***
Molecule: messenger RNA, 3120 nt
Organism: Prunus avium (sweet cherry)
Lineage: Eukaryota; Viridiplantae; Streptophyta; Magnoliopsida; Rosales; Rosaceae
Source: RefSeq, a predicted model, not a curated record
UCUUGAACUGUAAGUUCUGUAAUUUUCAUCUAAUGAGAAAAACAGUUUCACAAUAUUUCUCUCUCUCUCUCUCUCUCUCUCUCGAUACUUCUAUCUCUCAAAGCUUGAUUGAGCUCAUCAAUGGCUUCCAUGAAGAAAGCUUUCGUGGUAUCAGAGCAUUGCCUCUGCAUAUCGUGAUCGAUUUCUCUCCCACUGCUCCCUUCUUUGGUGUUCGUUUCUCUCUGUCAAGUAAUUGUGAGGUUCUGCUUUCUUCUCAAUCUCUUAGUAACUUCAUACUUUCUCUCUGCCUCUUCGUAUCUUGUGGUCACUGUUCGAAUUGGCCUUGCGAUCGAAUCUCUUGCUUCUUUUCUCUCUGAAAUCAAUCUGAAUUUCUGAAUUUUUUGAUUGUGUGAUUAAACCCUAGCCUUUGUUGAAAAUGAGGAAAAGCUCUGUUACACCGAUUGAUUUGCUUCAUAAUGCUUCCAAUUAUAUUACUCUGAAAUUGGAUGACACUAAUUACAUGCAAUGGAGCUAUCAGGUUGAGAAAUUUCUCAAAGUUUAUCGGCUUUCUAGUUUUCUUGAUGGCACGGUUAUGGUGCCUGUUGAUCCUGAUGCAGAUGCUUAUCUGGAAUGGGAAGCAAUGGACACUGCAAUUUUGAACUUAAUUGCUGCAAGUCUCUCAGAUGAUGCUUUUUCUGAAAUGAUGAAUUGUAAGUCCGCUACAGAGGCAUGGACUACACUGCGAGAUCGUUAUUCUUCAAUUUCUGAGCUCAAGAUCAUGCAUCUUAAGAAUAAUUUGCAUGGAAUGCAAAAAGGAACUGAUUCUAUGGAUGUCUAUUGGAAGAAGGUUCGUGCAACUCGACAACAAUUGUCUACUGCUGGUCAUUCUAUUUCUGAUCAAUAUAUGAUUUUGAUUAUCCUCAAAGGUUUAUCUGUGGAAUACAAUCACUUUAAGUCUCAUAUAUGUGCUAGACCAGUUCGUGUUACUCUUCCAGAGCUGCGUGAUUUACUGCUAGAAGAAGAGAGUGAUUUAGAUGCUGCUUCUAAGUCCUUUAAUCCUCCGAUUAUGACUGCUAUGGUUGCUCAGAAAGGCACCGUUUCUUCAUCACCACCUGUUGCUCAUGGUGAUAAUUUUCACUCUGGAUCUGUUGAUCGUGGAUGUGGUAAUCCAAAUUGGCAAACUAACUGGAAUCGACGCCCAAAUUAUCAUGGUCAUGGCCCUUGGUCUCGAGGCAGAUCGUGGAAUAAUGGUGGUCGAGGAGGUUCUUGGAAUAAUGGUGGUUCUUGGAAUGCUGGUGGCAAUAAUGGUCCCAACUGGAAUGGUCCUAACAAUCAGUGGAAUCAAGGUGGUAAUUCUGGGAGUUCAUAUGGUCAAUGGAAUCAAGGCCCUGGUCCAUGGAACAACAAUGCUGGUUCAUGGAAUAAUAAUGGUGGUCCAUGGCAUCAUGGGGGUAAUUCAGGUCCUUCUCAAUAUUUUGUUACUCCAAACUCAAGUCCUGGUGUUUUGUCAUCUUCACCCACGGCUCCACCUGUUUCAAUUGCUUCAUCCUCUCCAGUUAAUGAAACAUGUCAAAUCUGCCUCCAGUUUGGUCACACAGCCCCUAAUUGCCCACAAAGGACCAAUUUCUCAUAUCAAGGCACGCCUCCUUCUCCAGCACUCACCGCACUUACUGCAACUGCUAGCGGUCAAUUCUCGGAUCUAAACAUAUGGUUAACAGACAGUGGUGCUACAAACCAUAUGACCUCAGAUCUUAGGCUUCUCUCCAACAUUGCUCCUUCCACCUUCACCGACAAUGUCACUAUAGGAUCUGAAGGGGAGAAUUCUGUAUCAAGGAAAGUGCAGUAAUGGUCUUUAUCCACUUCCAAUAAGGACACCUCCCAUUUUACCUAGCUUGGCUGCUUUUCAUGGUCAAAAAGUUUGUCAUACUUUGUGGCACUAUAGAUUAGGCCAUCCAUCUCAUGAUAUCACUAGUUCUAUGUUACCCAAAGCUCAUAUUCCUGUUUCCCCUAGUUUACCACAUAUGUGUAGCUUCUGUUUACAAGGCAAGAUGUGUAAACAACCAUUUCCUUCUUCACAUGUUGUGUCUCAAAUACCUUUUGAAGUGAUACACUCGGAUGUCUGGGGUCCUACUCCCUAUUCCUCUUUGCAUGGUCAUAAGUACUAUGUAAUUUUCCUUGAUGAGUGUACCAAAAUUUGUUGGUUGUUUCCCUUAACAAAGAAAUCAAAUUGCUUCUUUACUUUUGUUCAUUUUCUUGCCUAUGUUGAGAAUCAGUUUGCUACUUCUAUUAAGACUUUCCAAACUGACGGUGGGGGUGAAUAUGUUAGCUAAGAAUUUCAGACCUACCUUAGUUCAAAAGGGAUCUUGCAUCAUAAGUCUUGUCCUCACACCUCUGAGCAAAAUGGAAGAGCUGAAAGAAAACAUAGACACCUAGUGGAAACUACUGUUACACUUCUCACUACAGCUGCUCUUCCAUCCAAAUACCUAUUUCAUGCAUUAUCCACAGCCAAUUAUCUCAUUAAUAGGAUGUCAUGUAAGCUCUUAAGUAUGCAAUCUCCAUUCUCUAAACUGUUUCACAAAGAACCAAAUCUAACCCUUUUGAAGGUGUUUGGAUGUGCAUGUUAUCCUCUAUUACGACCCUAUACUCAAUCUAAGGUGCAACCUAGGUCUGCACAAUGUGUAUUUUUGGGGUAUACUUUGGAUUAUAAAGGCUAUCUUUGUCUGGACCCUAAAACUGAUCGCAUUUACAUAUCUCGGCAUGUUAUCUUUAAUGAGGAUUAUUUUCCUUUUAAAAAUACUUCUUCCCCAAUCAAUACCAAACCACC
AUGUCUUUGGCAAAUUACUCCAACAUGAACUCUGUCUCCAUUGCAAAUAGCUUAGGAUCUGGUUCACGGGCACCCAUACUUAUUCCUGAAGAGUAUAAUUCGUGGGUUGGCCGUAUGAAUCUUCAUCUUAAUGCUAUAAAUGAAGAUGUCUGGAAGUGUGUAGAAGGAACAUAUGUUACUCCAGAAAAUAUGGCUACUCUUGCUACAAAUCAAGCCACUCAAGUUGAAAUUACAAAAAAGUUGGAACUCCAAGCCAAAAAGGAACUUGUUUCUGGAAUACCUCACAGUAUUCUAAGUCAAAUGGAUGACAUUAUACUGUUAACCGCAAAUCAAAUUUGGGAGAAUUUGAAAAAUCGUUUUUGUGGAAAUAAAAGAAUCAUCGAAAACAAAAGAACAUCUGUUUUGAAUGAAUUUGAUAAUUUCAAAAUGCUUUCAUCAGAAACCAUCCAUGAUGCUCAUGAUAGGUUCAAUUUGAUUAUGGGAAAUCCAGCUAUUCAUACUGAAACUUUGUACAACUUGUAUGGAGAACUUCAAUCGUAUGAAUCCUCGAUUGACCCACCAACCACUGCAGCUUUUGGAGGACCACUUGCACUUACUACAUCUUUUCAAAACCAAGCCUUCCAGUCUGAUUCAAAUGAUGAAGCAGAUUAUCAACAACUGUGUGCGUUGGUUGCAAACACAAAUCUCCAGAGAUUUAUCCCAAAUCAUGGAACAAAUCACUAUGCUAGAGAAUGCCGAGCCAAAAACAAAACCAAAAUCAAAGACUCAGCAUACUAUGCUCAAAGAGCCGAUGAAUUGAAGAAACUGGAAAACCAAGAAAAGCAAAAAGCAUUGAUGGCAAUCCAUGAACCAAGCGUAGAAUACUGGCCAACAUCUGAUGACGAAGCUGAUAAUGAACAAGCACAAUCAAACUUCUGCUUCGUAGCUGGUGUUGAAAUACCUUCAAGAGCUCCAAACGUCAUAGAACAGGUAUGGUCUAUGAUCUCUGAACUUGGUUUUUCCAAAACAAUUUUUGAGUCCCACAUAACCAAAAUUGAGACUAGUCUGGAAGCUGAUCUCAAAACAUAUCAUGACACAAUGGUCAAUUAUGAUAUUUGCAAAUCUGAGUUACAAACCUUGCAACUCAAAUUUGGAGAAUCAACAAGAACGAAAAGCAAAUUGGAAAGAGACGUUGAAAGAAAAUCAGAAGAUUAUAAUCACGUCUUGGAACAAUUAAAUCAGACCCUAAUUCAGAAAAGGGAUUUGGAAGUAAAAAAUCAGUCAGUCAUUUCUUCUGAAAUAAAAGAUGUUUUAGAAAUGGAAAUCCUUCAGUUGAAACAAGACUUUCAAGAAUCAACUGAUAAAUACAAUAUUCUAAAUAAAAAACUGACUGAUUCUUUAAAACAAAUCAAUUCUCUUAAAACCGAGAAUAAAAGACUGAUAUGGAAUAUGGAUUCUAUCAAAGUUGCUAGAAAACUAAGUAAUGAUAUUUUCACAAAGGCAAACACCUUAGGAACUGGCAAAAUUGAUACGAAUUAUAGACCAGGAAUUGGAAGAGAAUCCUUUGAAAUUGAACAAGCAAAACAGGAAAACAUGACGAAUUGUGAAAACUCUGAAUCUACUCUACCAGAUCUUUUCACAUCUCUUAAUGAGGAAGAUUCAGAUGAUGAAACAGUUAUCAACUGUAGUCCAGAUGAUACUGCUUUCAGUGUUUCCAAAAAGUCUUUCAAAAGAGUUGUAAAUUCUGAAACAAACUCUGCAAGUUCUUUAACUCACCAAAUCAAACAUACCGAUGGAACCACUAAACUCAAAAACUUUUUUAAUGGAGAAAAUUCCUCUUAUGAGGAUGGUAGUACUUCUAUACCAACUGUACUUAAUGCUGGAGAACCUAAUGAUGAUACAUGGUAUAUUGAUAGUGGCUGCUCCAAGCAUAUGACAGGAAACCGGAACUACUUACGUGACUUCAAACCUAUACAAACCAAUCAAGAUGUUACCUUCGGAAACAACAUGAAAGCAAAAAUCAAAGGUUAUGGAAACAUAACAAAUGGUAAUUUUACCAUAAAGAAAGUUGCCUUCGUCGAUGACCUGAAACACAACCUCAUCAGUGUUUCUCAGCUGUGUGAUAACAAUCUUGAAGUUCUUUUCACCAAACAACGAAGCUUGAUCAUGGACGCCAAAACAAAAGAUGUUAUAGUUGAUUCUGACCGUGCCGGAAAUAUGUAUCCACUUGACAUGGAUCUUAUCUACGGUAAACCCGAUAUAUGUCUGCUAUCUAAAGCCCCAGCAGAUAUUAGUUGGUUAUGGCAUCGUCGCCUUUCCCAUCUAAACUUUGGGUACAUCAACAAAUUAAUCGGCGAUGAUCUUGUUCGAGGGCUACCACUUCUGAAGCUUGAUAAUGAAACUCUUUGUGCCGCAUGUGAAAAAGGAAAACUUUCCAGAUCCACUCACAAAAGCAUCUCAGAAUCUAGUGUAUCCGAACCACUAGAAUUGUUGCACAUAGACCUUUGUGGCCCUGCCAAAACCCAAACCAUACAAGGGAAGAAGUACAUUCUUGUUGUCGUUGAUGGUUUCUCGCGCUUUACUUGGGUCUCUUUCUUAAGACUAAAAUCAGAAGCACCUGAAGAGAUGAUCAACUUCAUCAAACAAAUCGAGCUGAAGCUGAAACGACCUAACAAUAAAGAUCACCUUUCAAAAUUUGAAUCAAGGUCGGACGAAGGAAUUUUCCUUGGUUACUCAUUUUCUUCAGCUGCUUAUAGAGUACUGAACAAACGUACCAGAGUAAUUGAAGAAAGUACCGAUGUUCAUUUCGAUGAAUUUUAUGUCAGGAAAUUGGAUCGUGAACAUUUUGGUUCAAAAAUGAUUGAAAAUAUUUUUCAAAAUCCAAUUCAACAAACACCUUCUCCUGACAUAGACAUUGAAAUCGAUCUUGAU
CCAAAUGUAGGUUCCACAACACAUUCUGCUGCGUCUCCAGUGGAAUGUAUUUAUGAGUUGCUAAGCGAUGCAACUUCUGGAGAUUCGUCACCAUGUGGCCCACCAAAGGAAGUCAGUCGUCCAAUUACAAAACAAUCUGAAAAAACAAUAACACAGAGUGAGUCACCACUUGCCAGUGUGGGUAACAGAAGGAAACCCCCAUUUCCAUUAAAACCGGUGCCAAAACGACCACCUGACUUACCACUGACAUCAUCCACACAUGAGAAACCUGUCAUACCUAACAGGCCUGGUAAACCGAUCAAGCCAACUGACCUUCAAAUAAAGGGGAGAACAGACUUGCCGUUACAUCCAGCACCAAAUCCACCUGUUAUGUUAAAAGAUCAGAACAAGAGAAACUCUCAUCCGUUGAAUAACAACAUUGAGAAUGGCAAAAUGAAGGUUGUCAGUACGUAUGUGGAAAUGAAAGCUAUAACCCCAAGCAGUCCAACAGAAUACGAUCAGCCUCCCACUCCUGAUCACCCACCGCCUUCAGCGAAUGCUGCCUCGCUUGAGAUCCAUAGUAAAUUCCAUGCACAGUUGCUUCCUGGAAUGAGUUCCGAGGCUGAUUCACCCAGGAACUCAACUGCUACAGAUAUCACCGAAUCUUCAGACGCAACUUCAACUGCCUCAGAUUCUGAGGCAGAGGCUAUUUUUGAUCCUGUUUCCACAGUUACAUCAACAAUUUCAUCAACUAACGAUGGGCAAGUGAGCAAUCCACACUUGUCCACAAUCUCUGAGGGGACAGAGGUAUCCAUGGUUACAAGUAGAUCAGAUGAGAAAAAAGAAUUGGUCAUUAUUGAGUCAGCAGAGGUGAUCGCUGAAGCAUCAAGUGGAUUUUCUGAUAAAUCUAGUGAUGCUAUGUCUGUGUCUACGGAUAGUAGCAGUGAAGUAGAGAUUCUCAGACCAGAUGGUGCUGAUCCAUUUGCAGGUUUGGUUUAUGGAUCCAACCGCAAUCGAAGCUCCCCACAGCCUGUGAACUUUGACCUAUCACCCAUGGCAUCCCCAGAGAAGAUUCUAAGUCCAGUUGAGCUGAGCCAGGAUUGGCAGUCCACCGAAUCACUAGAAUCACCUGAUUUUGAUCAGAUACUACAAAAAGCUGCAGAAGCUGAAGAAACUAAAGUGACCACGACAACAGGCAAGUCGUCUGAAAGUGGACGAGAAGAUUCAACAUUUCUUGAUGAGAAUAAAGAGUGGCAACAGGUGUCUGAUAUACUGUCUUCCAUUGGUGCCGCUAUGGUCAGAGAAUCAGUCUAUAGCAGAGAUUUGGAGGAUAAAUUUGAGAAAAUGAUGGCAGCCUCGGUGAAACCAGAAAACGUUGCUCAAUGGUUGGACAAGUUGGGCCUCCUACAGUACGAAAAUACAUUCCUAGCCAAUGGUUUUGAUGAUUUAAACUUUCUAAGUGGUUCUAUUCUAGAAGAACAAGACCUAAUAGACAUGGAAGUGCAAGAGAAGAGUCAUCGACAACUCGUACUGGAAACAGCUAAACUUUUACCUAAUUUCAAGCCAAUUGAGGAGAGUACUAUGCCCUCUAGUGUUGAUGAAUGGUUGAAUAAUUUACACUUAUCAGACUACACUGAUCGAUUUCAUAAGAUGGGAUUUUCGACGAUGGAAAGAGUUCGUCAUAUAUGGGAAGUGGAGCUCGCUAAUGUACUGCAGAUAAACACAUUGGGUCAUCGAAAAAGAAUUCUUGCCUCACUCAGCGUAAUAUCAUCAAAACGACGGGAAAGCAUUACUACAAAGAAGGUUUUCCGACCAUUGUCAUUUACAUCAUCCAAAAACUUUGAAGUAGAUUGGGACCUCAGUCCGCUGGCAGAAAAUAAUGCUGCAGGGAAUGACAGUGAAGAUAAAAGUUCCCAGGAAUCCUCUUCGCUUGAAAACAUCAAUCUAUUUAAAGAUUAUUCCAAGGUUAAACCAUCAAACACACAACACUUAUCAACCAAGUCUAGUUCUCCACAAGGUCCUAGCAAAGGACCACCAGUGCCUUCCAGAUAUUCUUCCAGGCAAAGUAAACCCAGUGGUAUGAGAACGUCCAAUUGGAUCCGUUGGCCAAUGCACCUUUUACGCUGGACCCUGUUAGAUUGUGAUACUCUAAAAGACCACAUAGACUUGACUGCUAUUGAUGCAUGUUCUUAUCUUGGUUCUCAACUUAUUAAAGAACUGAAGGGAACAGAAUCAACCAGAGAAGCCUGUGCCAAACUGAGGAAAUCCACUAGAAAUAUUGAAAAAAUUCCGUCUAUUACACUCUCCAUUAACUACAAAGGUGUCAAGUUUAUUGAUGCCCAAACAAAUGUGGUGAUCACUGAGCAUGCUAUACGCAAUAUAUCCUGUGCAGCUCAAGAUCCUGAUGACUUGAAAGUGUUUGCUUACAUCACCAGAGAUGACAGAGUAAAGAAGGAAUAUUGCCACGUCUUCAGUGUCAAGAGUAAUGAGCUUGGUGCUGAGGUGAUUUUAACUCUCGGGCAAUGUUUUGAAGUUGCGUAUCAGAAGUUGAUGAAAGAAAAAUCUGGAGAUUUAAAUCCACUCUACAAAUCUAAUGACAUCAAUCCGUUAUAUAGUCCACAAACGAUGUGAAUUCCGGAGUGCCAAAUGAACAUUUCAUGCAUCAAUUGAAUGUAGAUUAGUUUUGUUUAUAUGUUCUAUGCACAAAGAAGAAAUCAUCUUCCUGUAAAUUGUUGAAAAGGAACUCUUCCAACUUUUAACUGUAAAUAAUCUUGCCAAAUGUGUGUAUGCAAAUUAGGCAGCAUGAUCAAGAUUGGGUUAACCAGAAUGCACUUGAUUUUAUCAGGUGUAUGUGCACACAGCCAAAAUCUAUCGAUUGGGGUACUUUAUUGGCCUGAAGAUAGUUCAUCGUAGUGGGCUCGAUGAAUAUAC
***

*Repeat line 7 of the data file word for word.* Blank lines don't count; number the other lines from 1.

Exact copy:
CCAAAUGUAGGUUCCACAACACAUUCUGCUGCGUCUCCAGUGGAAUGUAUUUAUGAGUUGCUAAGCGAUGCAACUUCUGGAGAUUCGUCACCAUGUGGCCCACCAAAGGAAGUCAGUCGUCCAAUUACAAAACAAUCUGAAAAAACAAUAACACAGAGUGAGUCACCACUUGCCAGUGUGGGUAACAGAAGGAAACCCCCAUUUCCAUUAAAACCGGUGCCAAAACGACCACCUGACUUACCACUGACAUCAUCCACACAUGAGAAACCUGUCAUACCUAACAGGCCUGGUAAACCGAUCAAGCCAACUGACCUUCAAAUAAAGGGGAGAACAGACUUGCCGUUACAUCCAGCACCAAAUCCACCUGUUAUGUUAAAAGAUCAGAACAAGAGAAACUCUCAUCCGUUGAAUAACAACAUUGAGAAUGGCAAAAUGAAGGUUGUCAGUACGUAUGUGGAAAUGAAAGCUAUAACCCCAAGCAGUCCAACAGAAUACGAUCAGCCUCCCACUCCUGAUCACCCACCGCCUUCAGCGAAUGCUGCCUCGCUUGAGAUCCAUAGUAAAUUCCAUGCACAGUUGCUUCCUGGAAUGAGUUCCGAGGCUGAUUCACCCAGGAACUCAACUGCUACAGAUAUCACCGAAUCUUCAGACGCAACUUCAACUGCCUCAGAUUCUGAGGCAGAGGCUAUUUUUGAUCCUGUUUCCACAGUUACAUCAACAAUUUCAUCAACUAACGAUGGGCAAGUGAGCAAUCCACACUUGUCCACAAUCUCUGAGGGGACAGAGGUAUCCAUGGUUACAAGUAGAUCAGAUGAGAAAAAAGAAUUGGUCAUUAUUGAGUCAGCAGAGGUGAUCGCUGAAGCAUCAAGUGGAUUUUCUGAUAAAUCUAGUGAUGCUAUGUCUGUGUCUACGGAUAGUAGCAGUGAAGUAGAGAUUCUCAGACCAGAUGGUGCUGAUCCAUUUGCAGGUUUGGUUUAUGGAUCCAACCGCAAUCGAAGCUCCCCACAGCCUGUGAACUUUGACCUAUCACCCAUGGCAUCCCCAGAGAAGAUUCUAAGUCCAGUUGAGCUGAGCCAGGAUUGGCAGUCCACCGAAUCACUAGAAUCACCUGAUUUUGAUCAGAUACUACAAAAAGCUGCAGAAGCUGAAGAAACUAAAGUGACCACGACAACAGGCAAGUCGUCUGAAAGUGGACGAGAAGAUUCAACAUUUCUUGAUGAGAAUAAAGAGUGGCAACAGGUGUCUGAUAUACUGUCUUCCAUUGGUGCCGCUAUGGUCAGAGAAUCAGUCUAUAGCAGAGAUUUGGAGGAUAAAUUUGAGAAAAUGAUGGCAGCCUCGGUGAAACCAGAAAACGUUGCUCAAUGGUUGGACAAGUUGGGCCUCCUACAGUACGAAAAUACAUUCCUAGCCAAUGGUUUUGAUGAUUUAAACUUUCUAAGUGGUUCUAUUCUAGAAGAACAAGACCUAAUAGACAUGGAAGUGCAAGAGAAGAGUCAUCGACAACUCGUACUGGAAACAGCUAAACUUUUACCUAAUUUCAAGCCAAUUGAGGAGAGUACUAUGCCCUCUAGUGUUGAUGAAUGGUUGAAUAAUUUACACUUAUCAGACUACACUGAUCGAUUUCAUAAGAUGGGAUUUUCGACGAUGGAAAGAGUUCGUCAUAUAUGGGAAGUGGAGCUCGCUAAUGUACUGCAGAUAAACACAUUGGGUCAUCGAAAAAGAAUUCUUGCCUCACUCAGCGUAAUAUCAUCAAAACGACGGGAAAGCAUUACUACAAAGAAGGUUUUCCGACCAUUGUCAUUUACAUCAUCCAAAAACUUUGAAGUAGAUUGGGACCUCAGUCCGCUGGCAGAAAAUAAUGCUGCAGGGAAUGACAGUGAAGAUAAAAGUUCCCAGGAAUCCUCUUCGCUUGAAAACAUCAAUCUAUUUAAAGAUUAUUCCAAGGUUAAACCAUCAAACACACAACACUUAUCAACCAAGUCUAGUUCUCCACAAGGUCCUAGCAAAGGACCACCAGUGCCUUCCAGAUAUUCUUCCAGGCAAAGUAAACCCAGUGGUAUGAGAACGUCCAAUUGGAUCCGUUGGCCAAUGCACCUUUUACGCUGGACCCUGUUAGAUUGUGAUACUCUAAAAGACCACAUAGACUUGACUGCUAUUGAUGCAUGUUCUUAUCUUGGUUCUCAACUUAUUAAAGAACUGAAGGGAACAGAAUCAACCAGAGAAGCCUGUGCCAAACUGAGGAAAUCCACUAGAAAUAUUGAAAAAAUUCCGUCUAUUACACUCUCCAUUAACUACAAAGGUGUCAAGUUUAUUGAUGCCCAAACAAAUGUGGUGAUCACUGAGCAUGCUAUACGCAAUAUAUCCUGUGCAGCUCAAGAUCCUGAUGACUUGAAAGUGUUUGCUUACAUCACCAGAGAUGACAGAGUAAAGAAGGAAUAUUGCCACGUCUUCAGUGUCAAGAGUAAUGAGCUUGGUGCUGAGGUGAUUUUAACUCUCGGGCAAUGUUUUGAAGUUGCGUAUCAGAAGUUGAUGAAAGAAAAAUCUGGAGAUUUAAAUCCACUCUACAAAUCUAAUGACAUCAAUCCGUUAUAUAGUCCACAAACGAUGUGAAUUCCGGAGUGCCAAAUGAACAUUUCAUGCAUCAAUUGAAUGUAGAUUAGUUUUGUUUAUAUGUUCUAUGCACAAAGAAGAAAUCAUCUUCCUGUAAAUUGUUGAAAAGGAACUCUUCCAACUUUUAACUGUAAAUAAUCUUGCCAAAUGUGUGUAUGCAAAUUAGGCAGCAUGAUCAAGAUUGGGUUAACCAGAAUGCACUUGAUUUUAUCAGGUGUAUGUGCACACAGCCAAAAUCUAUCGAUUGGGGUACUUUAUUGGCCUGAAGAUAGUUCAUCGUAGUGGGCUCGAUGAAUAUAC